Ahead of European elections, eminent jurists call on policy makers to strengthen social rights
With EU elections taking place across the continent from May 23-26, eminent jurists are calling on policy makers to urgently commit to strengthening social rights in the economic governance of the European Union.
A decade on from the start of the economic crisis and the roll out of harsh austerity policies across the continent, social rights have suffered enormously – notably the rights to food, housing, health and work. The jurists include former members of constitutional courts, and current or former members of the European Committee of Social Rights and of the UN Committee on Economic, Social and Cultural Rights. They have taken the unprecedented step of calling on EU policy makers to urgently commit to strengthening the position of social rights in the economic governance of the Union.
They argue that “It is no longer time for simply ‘muddling along’, trusting blindly that a strong economic Union will suffice to ensure the survival, if not the flourishing, of our common European destiny.” Their call to action says that if the European project is to maintain its legitimacy, then social rights cannot be sacrificed at the altar of ‘fiscal discipline’.
This unprecedented move underscores the findings of the report ‘Democracy Not For Sale’ published by the Transnational Institute, FIAN International, and Agroecopolis on the impact of austerity on people’s access to food in Greece – perhaps the country that has come to symbolize the sharpest end of the EU’s model of economic governance.
Under the banner of ‘fiscal discipline’, public spending was slashed through reductions in the minimum wage and public pensions. Meanwhile, the pretext of the economic crisis was used to fast-track a number of sweeping reforms to Greece’s food and agricultural system including changes to the agricultural tax code, the selling off of Greece’s only agricultural bank, and the privatization of the country’s network of 13 public food and fish markets.
The impact of this kind of fiscal discipline and economic decision-making can be directly measured in terms of people’s access to food. For example, the report finds that:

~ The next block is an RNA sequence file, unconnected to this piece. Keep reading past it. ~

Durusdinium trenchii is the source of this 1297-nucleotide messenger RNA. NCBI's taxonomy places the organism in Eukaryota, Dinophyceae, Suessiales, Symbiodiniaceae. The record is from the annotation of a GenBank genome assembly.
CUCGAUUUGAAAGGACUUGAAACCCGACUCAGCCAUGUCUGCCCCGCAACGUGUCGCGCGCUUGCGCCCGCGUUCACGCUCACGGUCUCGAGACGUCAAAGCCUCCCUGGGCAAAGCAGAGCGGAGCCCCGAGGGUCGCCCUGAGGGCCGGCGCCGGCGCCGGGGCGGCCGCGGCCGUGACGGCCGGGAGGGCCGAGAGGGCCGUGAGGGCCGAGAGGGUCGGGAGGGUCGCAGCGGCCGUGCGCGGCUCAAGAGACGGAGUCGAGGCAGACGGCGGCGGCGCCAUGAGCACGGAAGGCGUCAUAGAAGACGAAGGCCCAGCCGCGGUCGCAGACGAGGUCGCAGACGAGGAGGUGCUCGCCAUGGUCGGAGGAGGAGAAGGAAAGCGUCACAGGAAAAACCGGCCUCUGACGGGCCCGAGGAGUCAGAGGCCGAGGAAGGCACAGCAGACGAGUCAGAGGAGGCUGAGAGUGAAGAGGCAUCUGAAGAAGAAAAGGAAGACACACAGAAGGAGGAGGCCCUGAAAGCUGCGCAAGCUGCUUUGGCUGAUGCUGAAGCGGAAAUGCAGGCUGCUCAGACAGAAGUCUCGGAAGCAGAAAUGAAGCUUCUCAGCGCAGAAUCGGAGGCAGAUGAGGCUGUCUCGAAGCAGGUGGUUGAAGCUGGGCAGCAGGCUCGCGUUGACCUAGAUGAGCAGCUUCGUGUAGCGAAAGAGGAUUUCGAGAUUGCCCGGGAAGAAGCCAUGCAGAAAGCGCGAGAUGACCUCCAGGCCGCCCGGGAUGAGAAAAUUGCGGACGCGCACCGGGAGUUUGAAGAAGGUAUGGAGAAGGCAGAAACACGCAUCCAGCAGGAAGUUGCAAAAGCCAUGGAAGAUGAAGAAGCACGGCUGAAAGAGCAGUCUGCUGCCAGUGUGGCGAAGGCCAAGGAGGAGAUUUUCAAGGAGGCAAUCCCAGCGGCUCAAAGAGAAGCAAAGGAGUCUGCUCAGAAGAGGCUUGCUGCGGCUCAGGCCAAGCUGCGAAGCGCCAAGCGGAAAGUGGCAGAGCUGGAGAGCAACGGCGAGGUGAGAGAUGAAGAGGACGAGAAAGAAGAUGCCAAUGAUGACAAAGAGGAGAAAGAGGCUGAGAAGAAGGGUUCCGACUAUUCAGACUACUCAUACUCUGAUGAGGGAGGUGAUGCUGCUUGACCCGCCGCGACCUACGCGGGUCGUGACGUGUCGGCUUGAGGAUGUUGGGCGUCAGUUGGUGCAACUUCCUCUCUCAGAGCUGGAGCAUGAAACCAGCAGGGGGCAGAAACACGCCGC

• Food insecurity doubled during the years of the crisis, from 7% in 2008 to more then 14% in 2016
• The share of households with children unable to afford a protein-based meal on a daily basis doubled from 4.7% in 2009 to 8.9% in 2014
• The reliance on humanitarian assistance has grown significantly, with at least 200 soup kitchens, food banks and charities operating in 2016 in the prefecture of Attica alone
It is exactly these kinds of measures – taken without any prior human rights impact assessment having been conducted and in the face of civil unrest and democratic rejection - which are emblematic of a European project that has lost its way and which needs to be re-thought.
In their Call to Action, the jurists list four key measures that could be adopted immediately – with no need for treaty or legislative revisions – to bridge the gap between the economic and the social dimensions of European integration.
(1) In the context of the European Semester, EU recommendations should be assessed in terms of their impacts on social rights.
(2) Participation of parliaments, social partners and civil society in the European Semester must be strengthened.
(3) Where the current legal framework already allows deviation from fiscal convergence rules, these should be interpreted so that the need to respect social rights is understood as an “exceptional circumstance” warranting flexibility.
(4) Pending the accession of the EU to the European Social Charter, social rights provisions in the EU Charter of fundamental rights must be interpreted in line with the practice of the European Committee of Social Rights.
The European elections of May 23-26 provide an opportunity for these four measures to be implemented in order to rediscover and redefine the balance between European economic integration and national social protection. As Olivier de Schutter, Member of the UN Committee on Economic, Social and Cultural Rights and one of the signatories of the Call to Action argues, "Europe shall not redeem itself by being modest and by lowering its ambitions: instead, it shall do so by setting the bar high, ensuring that social rights result in shared prosperity and a stronger social fabric of societies. This Call is not a call for less Europe: it is a call for a Europe that is visionary and proud of its founding values".